Libeskind in running to rebuild WTC

The Libeskind proposal

The Libeskind proposal as viewed from New York Harbor and the Statue of Liberty

Image © Studio Daniel Libeskind

A team headed by a prominent member of Penn’s architecture faculty has been chosen as one of two finalists for the reconstruction of the World Trade Center in New York.

Studio Daniel Libeskind, headed by the Paul Philippe Cret Professor of Architecture, submitted a proposal that includes a 1,575-foot tower, which would be the world’s tallest structure if built, two public parks and a museum in addition to office and retail space.

Gary Hack, dean of the Graduate School of Fine Arts, served as the urban planner on the Libeskind team.

Libeskind, who immigrated to New York from Poland as a teenager, said he was motivated to enter the design competition by his sense of loyalty to the city.

“As an American and a New Yorker, someone who studied at Bronx High School of Science and studied architecture at Cooper Union, I wanted to do my utmost to make New York whole again,” Libeskind said in a telephone interview from his home in Berlin.

The challenge, Libeskind said, was to reconcile two seemingly irreconcilable values: the desire to leave the WTC site open out of respect for the memory of those who died on Sept. 11 and the desire to replace the fallen towers with a similarly iconic structure that would define the skyline.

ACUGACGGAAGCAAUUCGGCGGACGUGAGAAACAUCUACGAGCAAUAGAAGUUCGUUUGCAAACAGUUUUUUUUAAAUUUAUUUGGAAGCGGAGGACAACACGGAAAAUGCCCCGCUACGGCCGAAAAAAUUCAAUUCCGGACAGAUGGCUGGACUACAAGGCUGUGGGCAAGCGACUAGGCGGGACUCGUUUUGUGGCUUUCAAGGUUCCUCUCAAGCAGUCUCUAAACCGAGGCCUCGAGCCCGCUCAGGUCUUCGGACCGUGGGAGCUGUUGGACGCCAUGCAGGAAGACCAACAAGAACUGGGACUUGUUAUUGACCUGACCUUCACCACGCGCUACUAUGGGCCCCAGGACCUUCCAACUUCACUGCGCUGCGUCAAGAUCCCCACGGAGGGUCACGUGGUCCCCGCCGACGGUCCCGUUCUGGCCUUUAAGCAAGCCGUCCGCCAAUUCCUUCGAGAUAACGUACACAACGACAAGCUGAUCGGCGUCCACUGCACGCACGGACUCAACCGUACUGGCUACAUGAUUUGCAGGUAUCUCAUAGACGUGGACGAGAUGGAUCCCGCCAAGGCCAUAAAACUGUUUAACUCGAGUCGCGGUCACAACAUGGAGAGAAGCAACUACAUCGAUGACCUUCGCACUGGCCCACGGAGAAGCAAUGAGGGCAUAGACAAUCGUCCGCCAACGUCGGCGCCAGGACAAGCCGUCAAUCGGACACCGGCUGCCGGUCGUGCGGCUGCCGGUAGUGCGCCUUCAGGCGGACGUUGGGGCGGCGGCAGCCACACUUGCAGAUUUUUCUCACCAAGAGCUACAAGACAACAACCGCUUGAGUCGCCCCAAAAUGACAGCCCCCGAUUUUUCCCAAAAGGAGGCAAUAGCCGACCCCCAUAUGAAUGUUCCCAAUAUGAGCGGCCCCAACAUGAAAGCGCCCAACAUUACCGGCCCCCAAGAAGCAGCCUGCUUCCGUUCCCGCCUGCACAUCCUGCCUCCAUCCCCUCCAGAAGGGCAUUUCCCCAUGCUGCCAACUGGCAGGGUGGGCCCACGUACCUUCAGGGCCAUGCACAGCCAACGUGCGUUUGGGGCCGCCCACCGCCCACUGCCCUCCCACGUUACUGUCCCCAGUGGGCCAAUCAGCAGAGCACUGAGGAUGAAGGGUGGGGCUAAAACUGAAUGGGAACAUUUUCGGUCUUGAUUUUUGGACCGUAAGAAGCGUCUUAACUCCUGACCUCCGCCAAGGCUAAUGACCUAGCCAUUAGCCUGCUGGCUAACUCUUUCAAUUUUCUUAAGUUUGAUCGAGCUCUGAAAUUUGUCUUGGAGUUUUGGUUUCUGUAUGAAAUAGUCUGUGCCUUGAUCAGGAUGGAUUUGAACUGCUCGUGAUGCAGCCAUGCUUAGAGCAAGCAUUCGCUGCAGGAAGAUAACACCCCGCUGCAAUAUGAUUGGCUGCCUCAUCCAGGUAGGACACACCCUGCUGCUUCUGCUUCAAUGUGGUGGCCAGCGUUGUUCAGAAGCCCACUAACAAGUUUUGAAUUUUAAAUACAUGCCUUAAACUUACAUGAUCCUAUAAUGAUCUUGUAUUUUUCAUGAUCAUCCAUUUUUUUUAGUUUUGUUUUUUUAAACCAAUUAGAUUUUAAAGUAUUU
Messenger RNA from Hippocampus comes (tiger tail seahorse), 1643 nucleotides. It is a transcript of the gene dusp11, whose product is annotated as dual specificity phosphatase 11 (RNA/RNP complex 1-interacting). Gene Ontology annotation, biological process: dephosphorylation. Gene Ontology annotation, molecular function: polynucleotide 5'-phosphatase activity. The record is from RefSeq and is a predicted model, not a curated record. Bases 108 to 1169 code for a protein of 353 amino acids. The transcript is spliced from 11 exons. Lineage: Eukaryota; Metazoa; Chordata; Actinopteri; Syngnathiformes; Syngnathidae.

“I arrived by ship to New York as a teenager, an immigrant, and like millions of others before me, my first sight was of the Statue of Liberty and the amazing skyline of Manhattan,” Libeskind wrote in the introduction to his proposal. “I have never forgotten this sight or what it stands for. This is what this project is all about.”

Hack said that the project was a true collaboration.

“The project was conceived by a group of us—Libeskind, who is the team leader and interested in the architectural issues and symbolic character, George Hargreaves, a landscape architect interested in the public spaces, and myself, interested in how the complex relates to its context and how it functions as a node for transportation, commerce and visitors.

“Projects like this are designed in working sessions with all the key people around the table.”

The general public was among those key people. The Lower Manhattan Development Corporation (LMDC), which is in charge of the rebuilding project, actively solicited public comment on the nine competing proposals in the course of winnowing them down to the two finalists.

And the comments keep coming. Since the announcement of the finalists, Libeskind said, “We have received more than 1000 e-mails, to which I reply to every one. Some are enthusiastic, some have their own ideas, some are critical. But I’ve been very lucky with the responses.

“Of course, this is a project that affects every New Yorker, but it’s not just New York. It’s a project that affects everyone across the country. It’s something that affects everyone who understands what democracy is.”

The Libeskind team is currently refining the proposal to address issues raised by the sponsors and stakeholders. The LMDC anticipates announcing a final plan by the end of the month.

Originally published on February 27, 2003